The U.S. military should be prepared to counter cyber attacks intended to disrupt operations as well as to paralyze and destroy entire computer networks, the U.S. Cyber Command’s new head said today.
Cyber attacks appear to be evolving from data theft and temporary disruption to “sabotage,” General Keith Alexander said.
The trend “should give us pause for concern,” he told an audience at the Center for Strategic and International Studies, a Washington-based policy group, in his first speech as commander of the U.S. Cyber Command.
“A decade ago, network penetration seemed targeted mostly at exploiting data,” Alexander said. “In the last few years, we saw the bar of conduct lowered.”
Attacks on computer networks in Estonia in 2007 and Georgia in 2008 temporarily denied service. Alexander said he’s concerned that attempts to breach the Pentagon’s computer firewalls will go a step further, with the purpose of destroying networks.
Asked later in an interview if there have been such efforts to sabotage U.S. systems, he said “none that I can point to right now. My concern is what I see globally.”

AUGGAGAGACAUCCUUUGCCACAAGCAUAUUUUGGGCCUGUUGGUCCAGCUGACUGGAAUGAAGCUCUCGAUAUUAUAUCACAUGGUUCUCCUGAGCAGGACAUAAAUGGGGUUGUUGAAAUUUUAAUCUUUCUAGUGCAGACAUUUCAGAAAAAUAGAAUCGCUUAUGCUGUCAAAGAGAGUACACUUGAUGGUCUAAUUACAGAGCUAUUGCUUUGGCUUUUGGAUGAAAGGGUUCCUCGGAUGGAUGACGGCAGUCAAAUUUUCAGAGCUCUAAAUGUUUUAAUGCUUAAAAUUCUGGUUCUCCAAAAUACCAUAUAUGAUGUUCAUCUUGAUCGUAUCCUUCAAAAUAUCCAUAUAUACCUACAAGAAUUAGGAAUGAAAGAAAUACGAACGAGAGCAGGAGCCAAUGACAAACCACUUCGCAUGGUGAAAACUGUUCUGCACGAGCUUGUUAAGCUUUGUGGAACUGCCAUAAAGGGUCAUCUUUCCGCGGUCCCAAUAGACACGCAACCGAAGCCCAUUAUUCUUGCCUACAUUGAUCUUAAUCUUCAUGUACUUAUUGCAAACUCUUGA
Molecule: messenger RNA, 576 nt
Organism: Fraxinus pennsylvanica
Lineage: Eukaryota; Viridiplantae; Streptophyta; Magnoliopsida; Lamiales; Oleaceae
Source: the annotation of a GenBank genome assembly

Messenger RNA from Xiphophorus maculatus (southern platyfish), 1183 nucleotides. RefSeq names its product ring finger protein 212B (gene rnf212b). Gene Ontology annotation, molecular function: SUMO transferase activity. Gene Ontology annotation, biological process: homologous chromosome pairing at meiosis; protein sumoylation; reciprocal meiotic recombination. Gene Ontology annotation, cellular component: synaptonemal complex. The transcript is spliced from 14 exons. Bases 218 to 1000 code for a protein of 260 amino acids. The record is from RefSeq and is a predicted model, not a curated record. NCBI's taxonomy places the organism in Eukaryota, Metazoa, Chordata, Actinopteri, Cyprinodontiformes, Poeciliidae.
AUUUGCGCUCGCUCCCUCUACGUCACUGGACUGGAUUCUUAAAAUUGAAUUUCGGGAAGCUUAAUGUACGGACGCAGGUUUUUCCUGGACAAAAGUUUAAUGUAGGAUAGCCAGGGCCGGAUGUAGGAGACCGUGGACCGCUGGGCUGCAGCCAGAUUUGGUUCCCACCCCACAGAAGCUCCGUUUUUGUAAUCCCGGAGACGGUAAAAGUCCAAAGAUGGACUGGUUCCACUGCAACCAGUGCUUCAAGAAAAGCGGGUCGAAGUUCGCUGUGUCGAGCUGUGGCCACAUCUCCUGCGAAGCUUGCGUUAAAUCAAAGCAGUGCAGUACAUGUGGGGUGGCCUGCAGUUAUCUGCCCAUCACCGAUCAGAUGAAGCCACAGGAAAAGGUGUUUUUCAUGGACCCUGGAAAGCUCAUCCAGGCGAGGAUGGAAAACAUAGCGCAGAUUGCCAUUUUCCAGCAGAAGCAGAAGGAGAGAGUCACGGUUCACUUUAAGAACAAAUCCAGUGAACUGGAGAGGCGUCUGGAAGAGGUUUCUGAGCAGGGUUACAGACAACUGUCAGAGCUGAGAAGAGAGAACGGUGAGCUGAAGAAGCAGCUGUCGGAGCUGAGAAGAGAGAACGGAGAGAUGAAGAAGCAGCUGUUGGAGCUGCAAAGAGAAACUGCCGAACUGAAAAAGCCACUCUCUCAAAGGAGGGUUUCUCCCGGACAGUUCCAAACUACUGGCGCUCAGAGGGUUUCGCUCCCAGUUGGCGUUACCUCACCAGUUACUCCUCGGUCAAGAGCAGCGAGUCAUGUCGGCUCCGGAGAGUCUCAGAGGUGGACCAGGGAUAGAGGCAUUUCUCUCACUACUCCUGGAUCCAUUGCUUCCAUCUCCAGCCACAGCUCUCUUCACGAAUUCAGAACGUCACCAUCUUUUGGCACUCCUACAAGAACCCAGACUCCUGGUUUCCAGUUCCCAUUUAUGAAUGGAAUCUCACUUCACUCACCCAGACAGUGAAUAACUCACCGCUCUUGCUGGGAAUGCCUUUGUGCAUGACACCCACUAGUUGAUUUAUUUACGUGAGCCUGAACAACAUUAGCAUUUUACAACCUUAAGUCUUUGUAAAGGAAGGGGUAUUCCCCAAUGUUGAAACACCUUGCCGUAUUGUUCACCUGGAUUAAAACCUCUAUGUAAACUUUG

Alexander last month took over new Cyber Command, which coordinates with the Department of Homeland Security and the National Security Agency to protect the military’s 15,000 networks and 7 million computer devices that are probed 250,000 times an hour.
It also works with the U.S. Strategic Command to support combat commanders and conducts cyber attacks against enemies in wartime.
Jim Lewis, a senior fellow at CSIS, said Alexander’s remarks on sabotage “told me we are now in situation where advanced militaries have this capability and are planning to use it.”
“That wasn’t true maybe four years ago, but it’s true now and part of what Cyber Command has to deal with,” Lewis said.